A suspension notice can be served with an infringement notice, or with charges or with nothing at all. If it is served with an infringement notice and you do not object to the infringement notice, your licence is suspended for 28 days and then cancelled for the balance of the period stated on the infringement notice. If the notice is served with charges your licence is suspended until your court case ends. If the notice is served with nothing at all, the notice needs to state on it how long the suspension is for. In most cases it will be 12 months. During the suspension period the police can serve charges on you. Once that happens the suspension period is extended until the charges are dealt with at court. If the police do not hand you charges personally during the suspension period, then the suspension comes to an end at the expiration of the suspension period and you will be able to go to VicRoads and get your licence back.

In many cases it is possible to resume driving after being served with a Notice of Immediate Suspension. One option is to lodge an appeal to a Magistrates' Court against the immediate suspension notice (see s.85S Road Safety Act 1986). A Magistrate can cancel the suspension notice if the court accepts that exceptional circumstances exist which justify doing so. The circumstances must be unusual or unexpected, or raise a real possibility that the driver could defend the matter successfully.  Needing to drive for work or to pick up the kids from school is not regarded as an exceptional circumstance. At least 14 days notice must be given to the police and the court prior to the hearing of the appeal. In speeding cases, the applicant needs to satisfy the court that they are not an unacceptable risk to road safety.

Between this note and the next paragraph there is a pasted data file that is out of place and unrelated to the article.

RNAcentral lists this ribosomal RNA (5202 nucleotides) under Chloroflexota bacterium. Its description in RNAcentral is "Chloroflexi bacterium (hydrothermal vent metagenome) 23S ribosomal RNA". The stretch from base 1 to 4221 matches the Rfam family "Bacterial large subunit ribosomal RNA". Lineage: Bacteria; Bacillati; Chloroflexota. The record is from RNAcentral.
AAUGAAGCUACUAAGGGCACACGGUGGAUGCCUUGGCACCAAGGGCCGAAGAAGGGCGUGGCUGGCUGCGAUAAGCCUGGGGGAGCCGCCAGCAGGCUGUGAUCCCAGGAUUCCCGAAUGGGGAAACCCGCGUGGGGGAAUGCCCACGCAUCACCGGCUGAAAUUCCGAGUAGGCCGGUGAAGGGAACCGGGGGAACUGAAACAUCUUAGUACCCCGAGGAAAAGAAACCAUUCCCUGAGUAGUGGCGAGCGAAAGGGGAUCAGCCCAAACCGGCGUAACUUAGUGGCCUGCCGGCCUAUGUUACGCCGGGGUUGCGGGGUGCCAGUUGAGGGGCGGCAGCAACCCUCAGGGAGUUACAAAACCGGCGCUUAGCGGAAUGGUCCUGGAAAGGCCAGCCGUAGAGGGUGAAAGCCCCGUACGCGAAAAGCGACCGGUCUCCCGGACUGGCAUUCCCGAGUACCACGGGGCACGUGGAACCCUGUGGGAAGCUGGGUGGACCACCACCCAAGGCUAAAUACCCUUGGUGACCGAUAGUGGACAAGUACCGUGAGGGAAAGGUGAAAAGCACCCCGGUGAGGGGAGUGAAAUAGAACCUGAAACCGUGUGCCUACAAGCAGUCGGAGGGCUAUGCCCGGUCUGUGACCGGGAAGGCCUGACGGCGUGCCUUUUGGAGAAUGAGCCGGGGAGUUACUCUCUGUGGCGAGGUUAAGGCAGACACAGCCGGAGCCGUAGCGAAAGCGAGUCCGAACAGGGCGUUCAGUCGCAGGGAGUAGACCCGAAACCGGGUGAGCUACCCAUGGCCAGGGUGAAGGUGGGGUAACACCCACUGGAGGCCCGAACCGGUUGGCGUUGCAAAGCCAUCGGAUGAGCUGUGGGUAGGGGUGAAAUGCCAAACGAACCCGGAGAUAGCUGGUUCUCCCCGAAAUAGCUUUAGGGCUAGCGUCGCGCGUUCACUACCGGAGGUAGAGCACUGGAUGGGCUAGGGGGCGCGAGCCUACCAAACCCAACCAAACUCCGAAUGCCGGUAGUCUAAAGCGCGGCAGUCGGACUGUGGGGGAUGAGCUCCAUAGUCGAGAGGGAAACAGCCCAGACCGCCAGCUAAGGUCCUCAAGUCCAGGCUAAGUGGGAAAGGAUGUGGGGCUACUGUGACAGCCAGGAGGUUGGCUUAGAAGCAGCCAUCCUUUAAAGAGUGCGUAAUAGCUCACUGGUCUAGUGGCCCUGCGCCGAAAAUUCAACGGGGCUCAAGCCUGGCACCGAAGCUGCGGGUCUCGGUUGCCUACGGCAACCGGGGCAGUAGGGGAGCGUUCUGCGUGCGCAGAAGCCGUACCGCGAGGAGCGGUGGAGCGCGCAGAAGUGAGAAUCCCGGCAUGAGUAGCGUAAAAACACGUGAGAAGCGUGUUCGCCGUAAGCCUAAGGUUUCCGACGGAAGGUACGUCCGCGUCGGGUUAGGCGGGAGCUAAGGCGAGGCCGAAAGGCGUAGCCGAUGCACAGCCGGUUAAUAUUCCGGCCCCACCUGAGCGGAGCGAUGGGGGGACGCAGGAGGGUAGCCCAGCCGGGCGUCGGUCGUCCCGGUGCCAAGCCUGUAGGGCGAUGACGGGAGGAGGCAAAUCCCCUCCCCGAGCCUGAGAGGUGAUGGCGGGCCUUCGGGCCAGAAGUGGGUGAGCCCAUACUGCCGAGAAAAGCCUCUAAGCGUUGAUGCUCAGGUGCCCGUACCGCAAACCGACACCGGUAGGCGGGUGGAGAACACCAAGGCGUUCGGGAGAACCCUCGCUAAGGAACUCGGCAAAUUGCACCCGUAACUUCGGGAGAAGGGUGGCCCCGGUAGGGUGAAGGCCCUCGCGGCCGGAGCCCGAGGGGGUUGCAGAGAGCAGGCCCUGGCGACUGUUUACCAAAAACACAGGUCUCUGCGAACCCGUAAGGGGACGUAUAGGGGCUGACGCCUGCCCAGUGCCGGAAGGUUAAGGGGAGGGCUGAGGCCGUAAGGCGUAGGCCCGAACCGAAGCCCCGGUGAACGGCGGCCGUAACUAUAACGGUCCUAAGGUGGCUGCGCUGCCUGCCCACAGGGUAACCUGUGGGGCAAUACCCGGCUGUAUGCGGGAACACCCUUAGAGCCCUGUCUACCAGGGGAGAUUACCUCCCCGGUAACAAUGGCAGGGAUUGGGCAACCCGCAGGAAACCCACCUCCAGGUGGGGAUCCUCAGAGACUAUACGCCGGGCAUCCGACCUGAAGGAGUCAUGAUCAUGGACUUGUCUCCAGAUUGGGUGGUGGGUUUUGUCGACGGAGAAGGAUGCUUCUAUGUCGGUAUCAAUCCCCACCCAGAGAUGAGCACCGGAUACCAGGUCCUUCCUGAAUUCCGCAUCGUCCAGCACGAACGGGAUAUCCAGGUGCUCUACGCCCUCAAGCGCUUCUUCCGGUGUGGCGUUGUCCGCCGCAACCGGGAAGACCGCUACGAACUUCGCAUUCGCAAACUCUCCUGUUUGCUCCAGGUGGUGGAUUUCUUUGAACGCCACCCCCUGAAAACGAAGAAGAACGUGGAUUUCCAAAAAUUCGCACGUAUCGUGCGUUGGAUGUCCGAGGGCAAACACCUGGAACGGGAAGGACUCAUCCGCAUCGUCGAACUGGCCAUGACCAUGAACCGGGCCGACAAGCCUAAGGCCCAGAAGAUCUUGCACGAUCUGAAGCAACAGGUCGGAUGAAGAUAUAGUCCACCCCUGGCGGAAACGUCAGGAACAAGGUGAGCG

Drivers should seek legal advice if they have received a notice of immediate suspension and they want to resume driving as soon as possible. Make an appointment for a conference in order to determine whether or not it is worth your while to appeal against the s.85 Notice of Suspension, or perhaps take some other action that can get you driving again. Appealing a suspension notice involves writing a notice of appeal setting out the grounds of appeal including particulars of exceptional circumstances, filing the notice at court, serving all documents on the informant and the prosecution, and then attending court 2 weeks later to argue the case before a Magistrate. You should expect to pay about $1,600 in legal fees to appeal against a notice of immediate suspension.  An appeal will not be recommended to you unless there is a reasonable prospect of success.


History of s.85 and s.51 Immediate Suspension laws